Friday, September 26, 2008

BPN 1232 Watch where you are going: EU cities differ sharply in internet performance

It is interesting to read that research findings like London is the best city to internet and in Milan, Madrid and Dublin you may struggle with gaming (come to Amsterdam!). It points to a kind of digital divide.

The findings are part of the report European City Internet Performance Index by the British research bureau Epitiro, which calls itself The Broadband Communications Authority. The bureau have monitored top internet service providers (ISP) since 2003 for the purpose of providing industry bodies with actual customer experience data of broadband service. The bureau started to expand its coverage by monitoring city, sub-urban and rural broadband performance, in both wired and wireless (3G) formats, across all Member States of the European Union. The question is of course why urban areas were selected for testing. But in short this boils down to the point that urban areas are the fountainheads of countries, with most activity going there. Besides, the performance of broadband benefits the social and economic structure of a country.

This is a report which offers the results of broadband performance in the major European cities Amsterdam, Dublin, Lisbon, London, Paris, Madrid, Milan and Zurich. It is a preliminary report, which will be replaced by the beginning of 2009 with a report showing the results of more cities. Most likely cities like Stockholm, Oslo, Helsinki, Copenhagen, Berlin, hopefully Munich and Vienna will be included. It is a pity that in this preliminary report the results of Stockholm are not taken in. In the broadband world Stockholm has been a city which started early with broadband and would provide a good measuring stick. But we will have to wait till January 2009.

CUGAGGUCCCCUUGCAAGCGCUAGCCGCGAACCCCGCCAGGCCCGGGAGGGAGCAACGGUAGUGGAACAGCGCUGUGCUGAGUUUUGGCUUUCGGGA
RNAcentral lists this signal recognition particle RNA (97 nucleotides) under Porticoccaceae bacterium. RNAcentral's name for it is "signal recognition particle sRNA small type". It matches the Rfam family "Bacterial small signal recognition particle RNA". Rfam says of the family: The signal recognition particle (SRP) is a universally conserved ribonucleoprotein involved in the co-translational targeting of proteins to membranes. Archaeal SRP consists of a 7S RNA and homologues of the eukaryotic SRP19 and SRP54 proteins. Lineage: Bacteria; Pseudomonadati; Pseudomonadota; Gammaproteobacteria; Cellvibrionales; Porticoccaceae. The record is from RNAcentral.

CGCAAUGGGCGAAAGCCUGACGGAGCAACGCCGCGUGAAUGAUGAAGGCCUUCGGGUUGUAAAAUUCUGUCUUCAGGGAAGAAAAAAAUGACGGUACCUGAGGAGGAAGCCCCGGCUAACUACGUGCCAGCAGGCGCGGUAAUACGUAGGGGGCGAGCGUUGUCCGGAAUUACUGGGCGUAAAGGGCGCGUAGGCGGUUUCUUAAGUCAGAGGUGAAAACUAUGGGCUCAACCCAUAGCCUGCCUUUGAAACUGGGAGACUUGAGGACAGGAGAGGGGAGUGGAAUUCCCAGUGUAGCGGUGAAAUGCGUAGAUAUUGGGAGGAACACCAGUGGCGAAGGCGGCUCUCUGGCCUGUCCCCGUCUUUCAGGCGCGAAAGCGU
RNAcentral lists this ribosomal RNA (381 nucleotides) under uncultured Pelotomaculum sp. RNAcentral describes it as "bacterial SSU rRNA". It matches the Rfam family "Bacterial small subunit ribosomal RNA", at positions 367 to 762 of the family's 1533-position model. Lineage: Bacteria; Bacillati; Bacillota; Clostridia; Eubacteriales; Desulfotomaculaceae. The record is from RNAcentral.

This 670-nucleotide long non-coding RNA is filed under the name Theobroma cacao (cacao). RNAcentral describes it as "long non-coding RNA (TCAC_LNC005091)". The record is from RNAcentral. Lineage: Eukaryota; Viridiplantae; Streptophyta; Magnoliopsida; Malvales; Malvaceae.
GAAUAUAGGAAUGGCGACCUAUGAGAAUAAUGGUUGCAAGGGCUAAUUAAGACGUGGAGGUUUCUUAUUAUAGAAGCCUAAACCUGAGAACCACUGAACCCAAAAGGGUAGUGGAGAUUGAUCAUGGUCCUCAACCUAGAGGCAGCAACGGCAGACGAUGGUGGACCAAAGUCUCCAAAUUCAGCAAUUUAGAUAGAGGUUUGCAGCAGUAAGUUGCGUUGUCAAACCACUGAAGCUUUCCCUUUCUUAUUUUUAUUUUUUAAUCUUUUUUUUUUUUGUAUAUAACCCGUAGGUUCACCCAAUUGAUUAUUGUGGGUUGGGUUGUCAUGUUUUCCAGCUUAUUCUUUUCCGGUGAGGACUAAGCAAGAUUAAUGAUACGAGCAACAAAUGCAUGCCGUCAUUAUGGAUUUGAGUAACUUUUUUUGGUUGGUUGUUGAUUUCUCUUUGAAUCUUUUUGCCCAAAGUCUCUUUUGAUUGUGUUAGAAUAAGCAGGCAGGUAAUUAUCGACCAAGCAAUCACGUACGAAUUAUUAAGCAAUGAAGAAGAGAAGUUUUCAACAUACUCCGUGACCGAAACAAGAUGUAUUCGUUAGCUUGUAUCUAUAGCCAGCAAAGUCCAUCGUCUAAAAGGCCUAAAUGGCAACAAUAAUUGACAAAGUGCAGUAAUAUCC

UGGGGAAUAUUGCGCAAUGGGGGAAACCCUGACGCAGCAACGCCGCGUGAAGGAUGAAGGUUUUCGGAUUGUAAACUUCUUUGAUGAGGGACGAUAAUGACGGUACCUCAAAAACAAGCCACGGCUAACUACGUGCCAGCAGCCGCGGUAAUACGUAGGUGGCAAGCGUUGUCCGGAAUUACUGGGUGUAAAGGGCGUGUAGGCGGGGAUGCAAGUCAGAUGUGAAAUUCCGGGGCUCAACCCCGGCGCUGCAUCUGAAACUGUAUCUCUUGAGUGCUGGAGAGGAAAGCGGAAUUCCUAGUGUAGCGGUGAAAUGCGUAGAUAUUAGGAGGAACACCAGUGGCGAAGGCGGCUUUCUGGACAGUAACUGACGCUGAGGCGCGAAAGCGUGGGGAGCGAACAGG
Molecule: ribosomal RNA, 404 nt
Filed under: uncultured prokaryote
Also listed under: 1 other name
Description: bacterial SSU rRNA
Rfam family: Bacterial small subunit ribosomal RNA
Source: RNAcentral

The researchers wanted to gain insight into the likely performance levels of popular uses such as web surfing, VoIP, internet gaming and streaming video were the drivers behind the technical aspects measured. They had their own technical method for this, using a network of satellite devices that simulate typical residential computers by connecting to the internet and executing a series of test routines. Every 30 minutes the satellite devices connect to broadband providers and measure HTTP Download, DNS Resolution Time, Ping Time and Packet Loss whilst connecting to popular local and international web sites.

The dataset was based on over 2 million tests from July 2008 to September 2008 and the testing process remains active. This was during the holiday season, when the use of internet in the European cities is lower. Of course it might have given the researchers a secure start-up, but I like to see the results after the holiday period.

Still the key findings are remarkable:
• London has the best average internet service amongst the cities tested and also the fastest individual ISP;
• Amsterdam and Zurich also offer above average internet service;
• Dublin and Milan broadband service levels were the lowest of the European cities tested;
• Multinational ISPs that trade under the same brand name in different countries vary in performance as much as 44%.

The report concludes that there is a significant ‘digital divide’ amongst European cities in terms of broadband performance. Whilst all cities and ISPs can handle basic web browsing and email, the demands of VoIP and streaming media may not be reliably met by ISPs in some cities tested.

Blog Posting Number: 1232


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